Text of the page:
Note in particular the announcement of an article by Garrett Putnam Serviss (1851-1929) describing “Monsters That Live on the Planet Jupiter.” Serviss was a trained astronomer with degrees from Cornell and Columbia, who wrote early science fiction. He published an unauthorized sequel to War of the Worlds by H. G. Wells, called Edison’s Invasion of Mars. This was followed by a second book about life on Venus and a third about the Moon. His story about Jupiter never made it beyond the pages of The Sunday World.

Fanny Palmer

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Frances Flora Bond (Fanny) Palmer (1812-1876), The New York Drawing Book: Containing a Series of Original Designs and Sketches of American Scenery, No. 1 (New York: William H. Graham, 1847). Lithographs. Graphic Arts GAX 2012- in process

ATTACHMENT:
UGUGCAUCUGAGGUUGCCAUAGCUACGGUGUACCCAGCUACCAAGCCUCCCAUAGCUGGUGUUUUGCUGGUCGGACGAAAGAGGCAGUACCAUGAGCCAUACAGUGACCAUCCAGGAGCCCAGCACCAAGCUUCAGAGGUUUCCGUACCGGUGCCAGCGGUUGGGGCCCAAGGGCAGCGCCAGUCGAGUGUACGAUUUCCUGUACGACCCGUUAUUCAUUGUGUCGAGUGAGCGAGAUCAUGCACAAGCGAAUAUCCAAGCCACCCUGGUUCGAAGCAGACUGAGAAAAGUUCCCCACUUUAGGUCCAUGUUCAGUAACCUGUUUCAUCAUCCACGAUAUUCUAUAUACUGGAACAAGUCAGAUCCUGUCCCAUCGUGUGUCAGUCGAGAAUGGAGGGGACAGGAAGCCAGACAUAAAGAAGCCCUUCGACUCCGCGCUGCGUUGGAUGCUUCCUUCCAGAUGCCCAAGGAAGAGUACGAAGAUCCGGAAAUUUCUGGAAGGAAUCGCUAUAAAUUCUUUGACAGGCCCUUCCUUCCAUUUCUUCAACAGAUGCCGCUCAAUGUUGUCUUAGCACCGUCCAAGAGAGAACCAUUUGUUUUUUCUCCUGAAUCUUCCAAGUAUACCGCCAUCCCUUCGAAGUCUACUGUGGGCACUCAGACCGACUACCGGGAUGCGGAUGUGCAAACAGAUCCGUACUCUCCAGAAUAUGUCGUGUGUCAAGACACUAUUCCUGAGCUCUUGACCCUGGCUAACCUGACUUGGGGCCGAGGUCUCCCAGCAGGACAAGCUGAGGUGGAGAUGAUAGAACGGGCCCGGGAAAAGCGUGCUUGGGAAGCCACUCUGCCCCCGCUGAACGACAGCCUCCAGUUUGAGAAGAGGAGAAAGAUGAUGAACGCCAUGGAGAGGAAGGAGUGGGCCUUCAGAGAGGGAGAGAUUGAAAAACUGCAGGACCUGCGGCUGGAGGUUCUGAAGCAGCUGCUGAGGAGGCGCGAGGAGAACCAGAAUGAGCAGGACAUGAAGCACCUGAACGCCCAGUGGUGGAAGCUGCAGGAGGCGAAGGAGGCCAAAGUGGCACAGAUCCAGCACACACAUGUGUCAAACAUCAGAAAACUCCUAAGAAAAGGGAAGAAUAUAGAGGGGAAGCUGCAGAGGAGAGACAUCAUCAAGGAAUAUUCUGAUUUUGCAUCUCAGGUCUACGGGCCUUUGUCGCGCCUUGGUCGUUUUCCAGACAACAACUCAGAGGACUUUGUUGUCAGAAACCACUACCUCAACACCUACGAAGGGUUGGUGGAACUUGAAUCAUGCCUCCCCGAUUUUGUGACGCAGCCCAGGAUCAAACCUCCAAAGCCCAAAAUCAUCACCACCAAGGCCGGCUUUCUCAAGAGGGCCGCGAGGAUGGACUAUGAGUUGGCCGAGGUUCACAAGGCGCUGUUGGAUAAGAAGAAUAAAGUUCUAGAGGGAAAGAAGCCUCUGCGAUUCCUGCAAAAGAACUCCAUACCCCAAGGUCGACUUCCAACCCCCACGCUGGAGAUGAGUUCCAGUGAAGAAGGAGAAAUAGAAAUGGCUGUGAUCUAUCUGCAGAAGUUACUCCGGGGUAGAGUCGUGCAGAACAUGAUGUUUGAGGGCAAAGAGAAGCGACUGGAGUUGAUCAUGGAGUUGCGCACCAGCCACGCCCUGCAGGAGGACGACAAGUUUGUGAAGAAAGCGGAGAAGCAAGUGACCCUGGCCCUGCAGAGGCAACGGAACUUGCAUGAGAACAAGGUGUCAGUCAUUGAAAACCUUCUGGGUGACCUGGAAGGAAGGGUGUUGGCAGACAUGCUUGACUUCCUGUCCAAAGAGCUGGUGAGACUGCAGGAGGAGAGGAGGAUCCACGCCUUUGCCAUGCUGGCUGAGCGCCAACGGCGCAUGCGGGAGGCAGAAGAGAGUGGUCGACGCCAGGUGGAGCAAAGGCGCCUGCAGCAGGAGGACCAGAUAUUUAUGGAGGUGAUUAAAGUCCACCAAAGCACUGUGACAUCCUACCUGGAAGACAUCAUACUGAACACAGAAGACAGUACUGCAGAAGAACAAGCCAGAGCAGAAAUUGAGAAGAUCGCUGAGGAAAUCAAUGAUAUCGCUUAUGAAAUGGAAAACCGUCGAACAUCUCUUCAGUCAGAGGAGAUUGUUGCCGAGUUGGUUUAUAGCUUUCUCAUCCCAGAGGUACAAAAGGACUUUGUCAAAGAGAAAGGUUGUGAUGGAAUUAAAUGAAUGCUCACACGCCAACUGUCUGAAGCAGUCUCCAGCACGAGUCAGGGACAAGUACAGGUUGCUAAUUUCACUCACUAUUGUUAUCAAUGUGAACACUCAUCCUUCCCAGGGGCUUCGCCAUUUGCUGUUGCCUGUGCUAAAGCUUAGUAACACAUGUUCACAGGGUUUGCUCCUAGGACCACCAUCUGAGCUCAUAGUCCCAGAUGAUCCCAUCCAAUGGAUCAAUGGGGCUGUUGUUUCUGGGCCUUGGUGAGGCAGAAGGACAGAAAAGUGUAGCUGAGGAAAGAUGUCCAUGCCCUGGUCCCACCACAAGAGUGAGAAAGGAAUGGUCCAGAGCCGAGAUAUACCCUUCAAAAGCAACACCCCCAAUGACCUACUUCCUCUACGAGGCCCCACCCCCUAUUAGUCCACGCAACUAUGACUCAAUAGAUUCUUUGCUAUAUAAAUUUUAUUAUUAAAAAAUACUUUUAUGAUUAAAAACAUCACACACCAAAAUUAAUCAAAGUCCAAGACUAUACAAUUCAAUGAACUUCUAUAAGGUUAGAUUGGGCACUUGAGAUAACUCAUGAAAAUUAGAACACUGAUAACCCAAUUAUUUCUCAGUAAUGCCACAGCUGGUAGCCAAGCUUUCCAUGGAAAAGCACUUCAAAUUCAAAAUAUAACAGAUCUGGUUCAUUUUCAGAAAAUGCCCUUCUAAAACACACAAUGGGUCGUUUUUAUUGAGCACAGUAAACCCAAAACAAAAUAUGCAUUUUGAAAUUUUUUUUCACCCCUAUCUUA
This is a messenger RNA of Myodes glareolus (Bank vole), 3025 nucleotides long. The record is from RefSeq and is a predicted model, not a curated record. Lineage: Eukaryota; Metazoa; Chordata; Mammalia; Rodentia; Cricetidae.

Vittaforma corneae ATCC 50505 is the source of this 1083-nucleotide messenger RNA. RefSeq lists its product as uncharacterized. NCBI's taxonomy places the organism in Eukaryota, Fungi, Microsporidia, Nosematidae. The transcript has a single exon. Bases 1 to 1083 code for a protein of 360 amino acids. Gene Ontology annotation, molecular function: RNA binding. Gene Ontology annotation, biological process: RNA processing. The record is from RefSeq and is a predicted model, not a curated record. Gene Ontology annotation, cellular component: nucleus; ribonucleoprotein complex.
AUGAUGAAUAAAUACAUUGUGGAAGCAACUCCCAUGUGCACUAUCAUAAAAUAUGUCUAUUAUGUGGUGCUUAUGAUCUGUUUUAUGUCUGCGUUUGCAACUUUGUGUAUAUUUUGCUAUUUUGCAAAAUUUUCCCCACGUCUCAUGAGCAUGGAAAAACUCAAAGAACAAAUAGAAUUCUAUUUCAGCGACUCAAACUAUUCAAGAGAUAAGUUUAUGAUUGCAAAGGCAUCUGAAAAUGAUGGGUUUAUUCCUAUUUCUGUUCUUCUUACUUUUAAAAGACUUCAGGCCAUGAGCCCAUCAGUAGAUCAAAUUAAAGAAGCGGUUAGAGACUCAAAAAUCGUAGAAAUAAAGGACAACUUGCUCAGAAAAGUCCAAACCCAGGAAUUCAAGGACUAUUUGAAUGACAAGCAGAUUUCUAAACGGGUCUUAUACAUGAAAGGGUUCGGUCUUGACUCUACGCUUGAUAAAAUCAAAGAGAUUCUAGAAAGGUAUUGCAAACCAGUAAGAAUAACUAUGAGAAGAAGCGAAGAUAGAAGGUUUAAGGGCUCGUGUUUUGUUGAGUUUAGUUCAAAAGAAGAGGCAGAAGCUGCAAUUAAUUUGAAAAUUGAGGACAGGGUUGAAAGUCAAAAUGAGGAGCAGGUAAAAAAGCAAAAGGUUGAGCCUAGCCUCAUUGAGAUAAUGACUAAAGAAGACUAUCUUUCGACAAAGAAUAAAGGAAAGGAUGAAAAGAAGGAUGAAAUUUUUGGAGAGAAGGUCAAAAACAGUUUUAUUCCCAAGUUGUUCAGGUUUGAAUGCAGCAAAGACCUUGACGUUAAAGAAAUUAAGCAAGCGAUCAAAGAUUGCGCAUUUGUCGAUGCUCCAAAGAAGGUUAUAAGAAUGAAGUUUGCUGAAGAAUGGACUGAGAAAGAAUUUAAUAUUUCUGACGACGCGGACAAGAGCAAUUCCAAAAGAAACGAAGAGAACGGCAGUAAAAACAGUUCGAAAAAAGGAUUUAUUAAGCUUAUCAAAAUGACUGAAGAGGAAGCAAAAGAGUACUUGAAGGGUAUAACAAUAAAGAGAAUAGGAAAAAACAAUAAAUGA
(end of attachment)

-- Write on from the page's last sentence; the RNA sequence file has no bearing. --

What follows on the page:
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Fanny Palmer created over 200 lithographs for the Currier & Ives publishing company and is regarded as one of the leading commercial illustrators of her time. Born in Leicester, England, she married Edmund Seymour Palmer at the age of twenty and immigrated to United States a few years later.

In the 1840s, Mr. and Mrs. Palmer set up a lithographic printing business called “F&S Palmer,” with Fanny drawing and Edmund printing the stones. The company was not successful and this drawing book was one attempt to begin a commercial series that would save the business. Priced at 25 cents, it did not sell well and the series ended with No. 1.

After going bankrupt, Fanny joined Nathaniel Currier as one of his leading staff artists. Palmer’s work was well received until 1857, when James Ives became Currier’s partner and began to redraw the figures in her pictures. She stuck it out, retiring in 1868 at the age of sixty-six.

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See also: